The United States Court of Appeals for the Fifth Circuit held that a district court lacked subject matter jurisdiction to hear a petition to compel arbitration pursuant to Section 4 of the Federal Arbitration Act (“FAA”).

In Volvo Trucks N. America, Inc. v. Crescent Ford Truck Sales, Inc. No. 09-30782, (5th Cir. Jan. 5, 2012) Crescent Ford Truck Sales, Inc. (“Crescent”) operated a Volvo dealership pursuant to a Dealer Sales and Services Agreement (“Dealer Agreement”) with Volvo Trucks North America, Inc. (“Volvo”).

When Volvo decided not to renew its Dealer Agreement with Crescent, Crescent initiated a state agency petition to prevent non-renewal under state law. Volvo sought to compel arbitration according to the terms of the Dealer Agreement and Crescent argued that the federal district court lacked jurisdiction over the state-law dispute. The district court found an independent basis for federal jurisdiction on one of Volvo’s claim that questioned whether the arbitration agreement was enforceable. Crescent appealed.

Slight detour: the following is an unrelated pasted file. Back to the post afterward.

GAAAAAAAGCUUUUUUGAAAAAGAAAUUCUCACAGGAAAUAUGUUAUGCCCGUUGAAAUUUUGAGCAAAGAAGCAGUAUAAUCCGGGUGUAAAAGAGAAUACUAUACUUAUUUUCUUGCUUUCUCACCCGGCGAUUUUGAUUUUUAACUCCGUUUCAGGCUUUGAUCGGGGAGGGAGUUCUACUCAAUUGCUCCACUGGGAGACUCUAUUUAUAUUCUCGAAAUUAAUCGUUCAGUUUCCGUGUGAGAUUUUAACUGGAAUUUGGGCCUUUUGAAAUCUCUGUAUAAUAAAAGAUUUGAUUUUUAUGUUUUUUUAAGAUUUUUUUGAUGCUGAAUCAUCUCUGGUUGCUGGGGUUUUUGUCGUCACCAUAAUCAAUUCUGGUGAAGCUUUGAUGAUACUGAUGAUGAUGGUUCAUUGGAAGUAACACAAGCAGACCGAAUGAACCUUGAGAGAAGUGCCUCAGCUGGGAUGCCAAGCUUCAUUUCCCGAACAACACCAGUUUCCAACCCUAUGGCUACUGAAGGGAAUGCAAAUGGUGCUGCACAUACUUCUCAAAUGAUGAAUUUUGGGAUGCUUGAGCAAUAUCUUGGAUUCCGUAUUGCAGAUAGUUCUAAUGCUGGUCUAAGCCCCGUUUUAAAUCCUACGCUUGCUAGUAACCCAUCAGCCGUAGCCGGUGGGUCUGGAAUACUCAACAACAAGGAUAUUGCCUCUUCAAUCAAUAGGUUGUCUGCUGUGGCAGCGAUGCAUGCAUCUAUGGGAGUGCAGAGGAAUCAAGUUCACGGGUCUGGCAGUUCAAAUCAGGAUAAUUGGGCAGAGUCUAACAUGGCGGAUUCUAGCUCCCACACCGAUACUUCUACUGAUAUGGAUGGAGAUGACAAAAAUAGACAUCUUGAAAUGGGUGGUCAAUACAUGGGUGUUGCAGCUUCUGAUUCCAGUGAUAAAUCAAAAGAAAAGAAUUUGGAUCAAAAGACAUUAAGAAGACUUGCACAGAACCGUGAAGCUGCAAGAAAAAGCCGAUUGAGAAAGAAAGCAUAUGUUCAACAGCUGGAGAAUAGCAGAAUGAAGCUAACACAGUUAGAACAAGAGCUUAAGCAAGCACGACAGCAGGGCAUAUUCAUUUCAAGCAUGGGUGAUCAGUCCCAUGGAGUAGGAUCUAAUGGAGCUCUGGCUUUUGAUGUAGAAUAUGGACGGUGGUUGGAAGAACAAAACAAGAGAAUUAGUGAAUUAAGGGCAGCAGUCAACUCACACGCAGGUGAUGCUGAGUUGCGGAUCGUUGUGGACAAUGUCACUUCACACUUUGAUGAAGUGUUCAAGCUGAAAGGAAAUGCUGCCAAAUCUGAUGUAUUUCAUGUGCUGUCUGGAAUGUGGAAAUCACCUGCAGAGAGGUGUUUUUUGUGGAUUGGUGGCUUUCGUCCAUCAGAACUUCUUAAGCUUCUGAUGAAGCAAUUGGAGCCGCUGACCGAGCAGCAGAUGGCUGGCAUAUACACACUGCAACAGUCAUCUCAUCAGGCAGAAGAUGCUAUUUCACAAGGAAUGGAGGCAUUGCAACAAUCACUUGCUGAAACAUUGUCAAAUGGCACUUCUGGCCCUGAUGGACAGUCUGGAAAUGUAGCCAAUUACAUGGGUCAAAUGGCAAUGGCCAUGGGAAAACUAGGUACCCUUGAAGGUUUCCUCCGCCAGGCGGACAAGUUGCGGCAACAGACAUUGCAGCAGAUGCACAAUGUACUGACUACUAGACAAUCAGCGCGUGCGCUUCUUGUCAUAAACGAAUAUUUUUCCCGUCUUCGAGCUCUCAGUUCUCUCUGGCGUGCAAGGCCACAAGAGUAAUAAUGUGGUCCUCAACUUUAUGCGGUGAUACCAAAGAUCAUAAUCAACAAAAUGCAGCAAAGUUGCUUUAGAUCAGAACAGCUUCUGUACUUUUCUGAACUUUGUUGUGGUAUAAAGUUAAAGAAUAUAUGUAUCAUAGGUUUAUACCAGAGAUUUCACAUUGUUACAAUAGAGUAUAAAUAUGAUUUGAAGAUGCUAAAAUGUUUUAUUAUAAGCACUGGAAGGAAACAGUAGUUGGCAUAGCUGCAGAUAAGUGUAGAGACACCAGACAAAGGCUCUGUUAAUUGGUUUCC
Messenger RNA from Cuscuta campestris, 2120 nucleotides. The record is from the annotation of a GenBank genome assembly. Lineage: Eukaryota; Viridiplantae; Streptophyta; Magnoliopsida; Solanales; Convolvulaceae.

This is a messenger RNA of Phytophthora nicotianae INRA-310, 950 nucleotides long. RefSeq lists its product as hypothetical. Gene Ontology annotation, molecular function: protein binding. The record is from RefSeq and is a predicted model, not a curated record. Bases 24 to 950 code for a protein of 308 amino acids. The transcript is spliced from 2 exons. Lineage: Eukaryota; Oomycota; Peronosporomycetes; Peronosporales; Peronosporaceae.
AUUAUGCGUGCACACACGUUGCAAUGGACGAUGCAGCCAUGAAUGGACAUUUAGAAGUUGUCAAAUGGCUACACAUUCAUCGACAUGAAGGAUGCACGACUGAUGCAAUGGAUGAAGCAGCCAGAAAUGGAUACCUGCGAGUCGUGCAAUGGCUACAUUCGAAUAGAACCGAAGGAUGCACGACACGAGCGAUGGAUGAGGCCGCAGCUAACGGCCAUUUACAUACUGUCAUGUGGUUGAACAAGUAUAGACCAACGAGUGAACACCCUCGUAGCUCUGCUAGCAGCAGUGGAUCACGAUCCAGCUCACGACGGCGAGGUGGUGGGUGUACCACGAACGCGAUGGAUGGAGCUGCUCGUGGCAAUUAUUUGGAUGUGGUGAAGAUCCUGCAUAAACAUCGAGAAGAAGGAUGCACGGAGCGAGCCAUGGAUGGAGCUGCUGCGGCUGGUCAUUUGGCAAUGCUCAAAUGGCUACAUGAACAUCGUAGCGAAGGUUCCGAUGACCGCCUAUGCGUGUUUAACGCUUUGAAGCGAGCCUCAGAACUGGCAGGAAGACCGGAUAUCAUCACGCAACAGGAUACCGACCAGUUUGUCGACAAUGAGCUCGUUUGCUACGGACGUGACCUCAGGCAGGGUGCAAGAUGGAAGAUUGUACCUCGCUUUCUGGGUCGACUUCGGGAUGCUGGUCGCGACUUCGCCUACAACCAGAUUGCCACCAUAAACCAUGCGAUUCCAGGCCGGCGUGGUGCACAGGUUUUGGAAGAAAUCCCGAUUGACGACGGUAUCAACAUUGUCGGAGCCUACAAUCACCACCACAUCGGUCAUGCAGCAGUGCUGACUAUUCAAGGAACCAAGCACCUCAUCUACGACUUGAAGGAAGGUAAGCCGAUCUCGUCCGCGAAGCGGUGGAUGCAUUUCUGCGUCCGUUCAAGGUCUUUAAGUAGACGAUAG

The Fifth Circuit stated that Vaden required a “look through” approach to determine whether a Section 4 petition is predicated on an action arising under federal law. See Vaden v. Discover Bank, 556 U.S. 49, 129 S. Ct. 1262 (2009). Applying Vaden, the Fifth Circuit assumed the absence of the arbitration agreement and then determined whether jurisdiction exists under Title 28. The Fifth Circuit concluded that the district court lacked subject matter jurisdiction to hear Volvo’s petition to compel arbitration pursuant to Section 4 of the FAA.

Accordingly, the Fifth Circuit vacated and remanded with instructions to dismiss the case based on a lack of subject matter jurisdiction.

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by Victoria VanBuren

Victoria VanBuren is the voice of the acclaimed “Disputing” blog. She assists Karl Bayer with his publications. Prior to becoming the blogmaster, Victoria obtained a law degree from UT Law and worked as an attorney for a boutique intellectual property firm.